— The choice of grace as the unifying theme, which by the standards of political speeches qualifies as a stroke of genius.
— The shifting registers in which Obama spoke—by which I mean “black” versus “white” modes of speech—and the accompanying deliberate shifts in shadings of the word we.
— The start-to-end framing of his remarks as religious, and explicitly Christian, and often African American Christian, which allowed him to present political points in an unexpected way.
* * *
When I finally watched the speech today, having been aware that it ended with Amazing Grace, I was increasingly surprised by the way in which Obama had built the whole preceding part of the speech toward that conclusion.
What were the advantages of his emphasizing grace—and not “justice” or “compassion” or “equity” or “opportunity”—as the recurring note of this speech? There were many:
— The president, the most powerful man in the world, could put himself in the closest thing possible to a stance of humility. “We don’t earn grace. We're all sinners. We don't deserve it. But God gives it to us anyway.”
— It allowed him to recast one part of the shooting’s aftermath in the most glorious way. When the families of the nine murdered churchgoers told the killer that they forgave him, one undertone of their saintliness was that we might be in for another “noble victim” episode. Black people would be killed or abused; their survivors and community would prove their goodness by remaining calm; and in part because of their magnanimity, nothing would change.
But by characterizing their reaction as a reflection of grace rather than mere “forgiveness,” Obama was able to present it as something much different than patient victimhood:
[The killer of Reverend Pinckney and eight others] surely sensed the meaning of his violent act. It was an act that drew on a long history of bombs and arson and shots fired at churches, not random, but as a means of control, a way to terrorize and oppress. (Applause.) An act that he imagined would incite fear and recrimination; violence and suspicion. An act that he presumed would deepen divisions that trace back to our nation’s original sin.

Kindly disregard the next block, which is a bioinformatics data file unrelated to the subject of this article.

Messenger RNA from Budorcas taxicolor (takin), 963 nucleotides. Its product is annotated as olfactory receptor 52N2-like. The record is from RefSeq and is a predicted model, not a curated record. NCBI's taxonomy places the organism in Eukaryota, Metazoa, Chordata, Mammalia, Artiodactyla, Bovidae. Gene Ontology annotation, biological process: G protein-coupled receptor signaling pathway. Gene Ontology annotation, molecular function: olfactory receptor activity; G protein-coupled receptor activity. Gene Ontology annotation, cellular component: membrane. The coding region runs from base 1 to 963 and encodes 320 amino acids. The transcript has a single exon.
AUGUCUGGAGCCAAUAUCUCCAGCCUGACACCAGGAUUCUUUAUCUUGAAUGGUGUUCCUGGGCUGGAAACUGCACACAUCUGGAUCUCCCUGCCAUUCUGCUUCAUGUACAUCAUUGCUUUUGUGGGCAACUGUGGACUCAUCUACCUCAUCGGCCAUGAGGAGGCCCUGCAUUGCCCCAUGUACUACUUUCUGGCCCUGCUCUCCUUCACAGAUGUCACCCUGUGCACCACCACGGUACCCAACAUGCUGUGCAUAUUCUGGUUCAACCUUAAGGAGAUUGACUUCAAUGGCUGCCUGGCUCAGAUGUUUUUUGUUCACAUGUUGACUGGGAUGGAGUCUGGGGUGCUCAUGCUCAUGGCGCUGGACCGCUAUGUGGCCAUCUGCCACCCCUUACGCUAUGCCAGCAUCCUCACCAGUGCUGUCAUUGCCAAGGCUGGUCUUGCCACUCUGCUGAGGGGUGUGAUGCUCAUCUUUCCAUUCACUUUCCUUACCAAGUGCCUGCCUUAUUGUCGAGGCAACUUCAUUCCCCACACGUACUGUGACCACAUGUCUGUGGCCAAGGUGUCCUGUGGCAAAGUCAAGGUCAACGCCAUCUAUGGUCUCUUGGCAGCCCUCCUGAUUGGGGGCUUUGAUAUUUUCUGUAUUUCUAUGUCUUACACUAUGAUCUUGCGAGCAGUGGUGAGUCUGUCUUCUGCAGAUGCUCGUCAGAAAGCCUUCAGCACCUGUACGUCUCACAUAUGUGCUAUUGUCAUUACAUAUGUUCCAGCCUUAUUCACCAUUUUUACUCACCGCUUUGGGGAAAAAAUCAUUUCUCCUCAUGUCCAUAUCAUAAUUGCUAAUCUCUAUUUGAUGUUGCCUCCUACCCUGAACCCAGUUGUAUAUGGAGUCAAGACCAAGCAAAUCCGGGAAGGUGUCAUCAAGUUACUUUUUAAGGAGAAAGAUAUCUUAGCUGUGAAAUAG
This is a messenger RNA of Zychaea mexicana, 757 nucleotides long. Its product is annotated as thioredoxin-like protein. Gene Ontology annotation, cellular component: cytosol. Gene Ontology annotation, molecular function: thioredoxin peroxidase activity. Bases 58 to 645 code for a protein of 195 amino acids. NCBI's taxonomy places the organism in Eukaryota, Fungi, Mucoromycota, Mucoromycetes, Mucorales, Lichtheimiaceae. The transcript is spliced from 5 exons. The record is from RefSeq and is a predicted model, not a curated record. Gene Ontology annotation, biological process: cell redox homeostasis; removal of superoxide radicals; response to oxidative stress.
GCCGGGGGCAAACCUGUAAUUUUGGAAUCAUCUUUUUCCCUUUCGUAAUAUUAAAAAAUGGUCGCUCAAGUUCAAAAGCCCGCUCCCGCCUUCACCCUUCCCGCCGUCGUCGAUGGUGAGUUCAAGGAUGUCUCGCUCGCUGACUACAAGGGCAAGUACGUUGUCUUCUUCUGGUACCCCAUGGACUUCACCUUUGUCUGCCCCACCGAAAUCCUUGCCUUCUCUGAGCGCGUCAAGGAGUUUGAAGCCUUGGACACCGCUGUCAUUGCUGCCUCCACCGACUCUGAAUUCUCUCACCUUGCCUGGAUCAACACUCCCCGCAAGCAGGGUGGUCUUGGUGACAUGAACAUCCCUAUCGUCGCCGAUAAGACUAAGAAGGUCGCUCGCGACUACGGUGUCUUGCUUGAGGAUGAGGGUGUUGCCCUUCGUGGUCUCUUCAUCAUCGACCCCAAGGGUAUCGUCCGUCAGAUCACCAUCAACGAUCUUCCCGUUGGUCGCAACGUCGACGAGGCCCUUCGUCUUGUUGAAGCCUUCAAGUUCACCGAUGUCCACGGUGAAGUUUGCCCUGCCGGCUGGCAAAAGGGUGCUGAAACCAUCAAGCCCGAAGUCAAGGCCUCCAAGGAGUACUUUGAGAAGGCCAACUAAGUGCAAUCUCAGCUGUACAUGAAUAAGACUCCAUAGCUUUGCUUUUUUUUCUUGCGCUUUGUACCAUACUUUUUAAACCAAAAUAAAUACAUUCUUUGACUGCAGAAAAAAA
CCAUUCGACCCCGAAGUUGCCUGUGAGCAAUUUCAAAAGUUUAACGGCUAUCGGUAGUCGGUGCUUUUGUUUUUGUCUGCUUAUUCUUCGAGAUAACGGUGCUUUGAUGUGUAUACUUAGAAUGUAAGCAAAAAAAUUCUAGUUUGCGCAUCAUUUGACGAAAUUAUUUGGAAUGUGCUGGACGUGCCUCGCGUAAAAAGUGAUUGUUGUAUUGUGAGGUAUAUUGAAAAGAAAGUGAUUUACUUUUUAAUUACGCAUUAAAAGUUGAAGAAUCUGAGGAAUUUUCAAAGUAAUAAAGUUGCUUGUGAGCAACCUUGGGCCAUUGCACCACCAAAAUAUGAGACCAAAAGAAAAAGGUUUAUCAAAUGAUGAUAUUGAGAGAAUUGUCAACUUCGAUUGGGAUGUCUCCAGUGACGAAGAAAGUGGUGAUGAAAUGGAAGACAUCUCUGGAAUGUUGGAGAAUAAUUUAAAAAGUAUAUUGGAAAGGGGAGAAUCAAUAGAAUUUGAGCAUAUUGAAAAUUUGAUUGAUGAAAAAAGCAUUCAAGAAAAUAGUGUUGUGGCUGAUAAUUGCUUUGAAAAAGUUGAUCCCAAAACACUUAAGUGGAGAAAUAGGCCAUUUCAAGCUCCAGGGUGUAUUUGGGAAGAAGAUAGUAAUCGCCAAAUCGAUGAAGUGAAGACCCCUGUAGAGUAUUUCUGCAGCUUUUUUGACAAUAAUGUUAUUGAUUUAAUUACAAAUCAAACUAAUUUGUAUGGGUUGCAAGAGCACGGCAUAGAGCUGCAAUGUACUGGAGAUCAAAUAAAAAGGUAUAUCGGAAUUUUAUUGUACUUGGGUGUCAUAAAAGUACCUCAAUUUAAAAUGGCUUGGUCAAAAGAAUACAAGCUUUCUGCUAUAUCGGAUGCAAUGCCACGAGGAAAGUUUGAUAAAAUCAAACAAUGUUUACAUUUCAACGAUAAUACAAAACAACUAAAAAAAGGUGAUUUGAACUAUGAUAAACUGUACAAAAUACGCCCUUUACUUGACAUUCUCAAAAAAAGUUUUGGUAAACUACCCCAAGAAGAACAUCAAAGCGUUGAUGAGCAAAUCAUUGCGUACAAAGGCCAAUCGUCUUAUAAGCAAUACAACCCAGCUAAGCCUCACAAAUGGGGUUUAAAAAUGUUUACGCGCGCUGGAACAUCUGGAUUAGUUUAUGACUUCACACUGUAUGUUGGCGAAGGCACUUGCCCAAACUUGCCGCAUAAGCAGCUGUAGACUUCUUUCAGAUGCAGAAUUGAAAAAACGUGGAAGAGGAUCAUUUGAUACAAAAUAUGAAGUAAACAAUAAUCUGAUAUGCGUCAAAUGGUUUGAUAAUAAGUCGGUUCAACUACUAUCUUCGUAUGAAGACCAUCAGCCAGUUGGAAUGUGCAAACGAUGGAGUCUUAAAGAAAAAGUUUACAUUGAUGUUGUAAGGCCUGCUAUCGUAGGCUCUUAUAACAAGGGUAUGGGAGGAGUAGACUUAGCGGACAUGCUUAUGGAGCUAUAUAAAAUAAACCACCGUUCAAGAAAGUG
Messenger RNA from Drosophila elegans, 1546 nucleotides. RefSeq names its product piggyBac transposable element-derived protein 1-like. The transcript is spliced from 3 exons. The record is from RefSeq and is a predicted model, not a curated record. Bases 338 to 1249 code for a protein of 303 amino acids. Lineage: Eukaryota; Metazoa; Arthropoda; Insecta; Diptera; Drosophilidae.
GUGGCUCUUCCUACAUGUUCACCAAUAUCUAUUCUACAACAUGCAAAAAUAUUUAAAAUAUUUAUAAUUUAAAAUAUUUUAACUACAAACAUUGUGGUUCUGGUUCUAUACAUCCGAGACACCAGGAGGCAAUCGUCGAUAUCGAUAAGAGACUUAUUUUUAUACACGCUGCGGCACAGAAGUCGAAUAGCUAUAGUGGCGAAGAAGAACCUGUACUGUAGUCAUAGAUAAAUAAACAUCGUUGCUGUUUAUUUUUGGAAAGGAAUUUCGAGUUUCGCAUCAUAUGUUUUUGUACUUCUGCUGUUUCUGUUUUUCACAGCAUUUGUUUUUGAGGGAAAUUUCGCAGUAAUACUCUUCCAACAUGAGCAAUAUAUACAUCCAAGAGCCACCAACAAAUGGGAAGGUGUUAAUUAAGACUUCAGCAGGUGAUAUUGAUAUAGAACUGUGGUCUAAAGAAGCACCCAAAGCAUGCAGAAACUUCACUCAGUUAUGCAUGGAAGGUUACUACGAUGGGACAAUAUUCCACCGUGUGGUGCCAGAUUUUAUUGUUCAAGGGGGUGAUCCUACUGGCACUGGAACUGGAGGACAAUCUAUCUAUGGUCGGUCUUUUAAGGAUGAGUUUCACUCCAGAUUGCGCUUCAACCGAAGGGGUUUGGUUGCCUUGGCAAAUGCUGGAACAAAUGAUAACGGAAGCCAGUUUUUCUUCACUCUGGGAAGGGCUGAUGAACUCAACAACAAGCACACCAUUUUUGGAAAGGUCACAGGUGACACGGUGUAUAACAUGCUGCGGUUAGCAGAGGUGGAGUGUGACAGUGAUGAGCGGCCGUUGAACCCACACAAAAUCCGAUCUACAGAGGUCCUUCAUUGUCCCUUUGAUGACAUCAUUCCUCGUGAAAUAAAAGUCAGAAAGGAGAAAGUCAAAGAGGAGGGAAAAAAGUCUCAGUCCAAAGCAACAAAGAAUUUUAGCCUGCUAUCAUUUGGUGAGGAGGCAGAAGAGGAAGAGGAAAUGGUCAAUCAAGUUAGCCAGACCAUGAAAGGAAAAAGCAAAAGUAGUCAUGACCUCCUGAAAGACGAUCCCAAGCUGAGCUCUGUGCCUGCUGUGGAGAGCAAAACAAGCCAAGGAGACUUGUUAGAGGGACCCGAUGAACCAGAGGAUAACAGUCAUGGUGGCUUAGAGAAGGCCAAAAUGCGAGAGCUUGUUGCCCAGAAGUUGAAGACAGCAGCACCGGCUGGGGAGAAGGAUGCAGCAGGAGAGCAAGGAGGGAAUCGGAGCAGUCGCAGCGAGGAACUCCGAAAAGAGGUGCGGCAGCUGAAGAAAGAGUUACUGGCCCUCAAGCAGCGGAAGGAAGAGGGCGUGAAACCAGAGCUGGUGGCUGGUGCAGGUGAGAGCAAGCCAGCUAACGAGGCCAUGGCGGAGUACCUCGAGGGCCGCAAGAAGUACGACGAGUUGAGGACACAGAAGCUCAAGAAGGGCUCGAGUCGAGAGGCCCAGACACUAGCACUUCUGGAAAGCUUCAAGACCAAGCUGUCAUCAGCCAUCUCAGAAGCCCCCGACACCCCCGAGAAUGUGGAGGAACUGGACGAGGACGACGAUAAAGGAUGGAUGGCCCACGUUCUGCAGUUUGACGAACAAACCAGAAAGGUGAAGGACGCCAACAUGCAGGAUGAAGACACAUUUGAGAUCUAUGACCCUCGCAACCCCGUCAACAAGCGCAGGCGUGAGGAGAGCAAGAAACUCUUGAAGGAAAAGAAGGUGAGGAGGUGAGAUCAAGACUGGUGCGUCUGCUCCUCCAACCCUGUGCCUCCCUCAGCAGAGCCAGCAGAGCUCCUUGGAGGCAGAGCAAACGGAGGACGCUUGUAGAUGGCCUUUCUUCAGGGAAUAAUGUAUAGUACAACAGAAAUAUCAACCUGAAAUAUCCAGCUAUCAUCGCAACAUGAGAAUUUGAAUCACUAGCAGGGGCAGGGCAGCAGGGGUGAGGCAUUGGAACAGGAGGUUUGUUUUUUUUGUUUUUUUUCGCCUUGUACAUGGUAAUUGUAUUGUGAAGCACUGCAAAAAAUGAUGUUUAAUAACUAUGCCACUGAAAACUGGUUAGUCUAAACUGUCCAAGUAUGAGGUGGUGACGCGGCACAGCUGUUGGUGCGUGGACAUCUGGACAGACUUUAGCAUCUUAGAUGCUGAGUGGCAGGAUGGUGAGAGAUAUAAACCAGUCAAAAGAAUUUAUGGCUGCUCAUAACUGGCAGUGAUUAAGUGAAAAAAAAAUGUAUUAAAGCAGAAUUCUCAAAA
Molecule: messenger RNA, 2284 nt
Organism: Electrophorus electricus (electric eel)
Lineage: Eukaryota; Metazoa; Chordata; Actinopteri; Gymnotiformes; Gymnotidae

Oh, but God works in mysterious ways. (Applause.) God has different ideas. (Applause.)
He didn’t know he was being used by God. (Applause.) Blinded by hatred, the alleged killer could not see the grace surrounding Reverend Pinckney and that Bible study group—the light of love that shone as they opened the church doors and invited a stranger to join in their prayer circle. The alleged killer could have never anticipated the way the families of the fallen would respond when they saw him in court—in the midst of unspeakable grief, with words of forgiveness. He couldn’t imagine that. (Applause.)
The alleged killer could not imagine how the city of Charleston, under the good and wise leadership of Mayor Riley—(applause)—how the state of South Carolina, how the United States of America would respond—not merely with revulsion at his evil act, but with big-hearted generosity and, more importantly, with a thoughtful introspection and self-examination that we so rarely see in public life.
Blinded by hatred, he failed to comprehend what Reverend Pinckney so well understood—the power of God’s grace. (Applause.)
— It allowed him to use a genuinely brilliant rhetorical device through the “policy” portions of his speech. The president recited the words to Amazing Grace midway through the speech, before singing them at the end. Including these crucial, closing words: “was blind, but now I see.”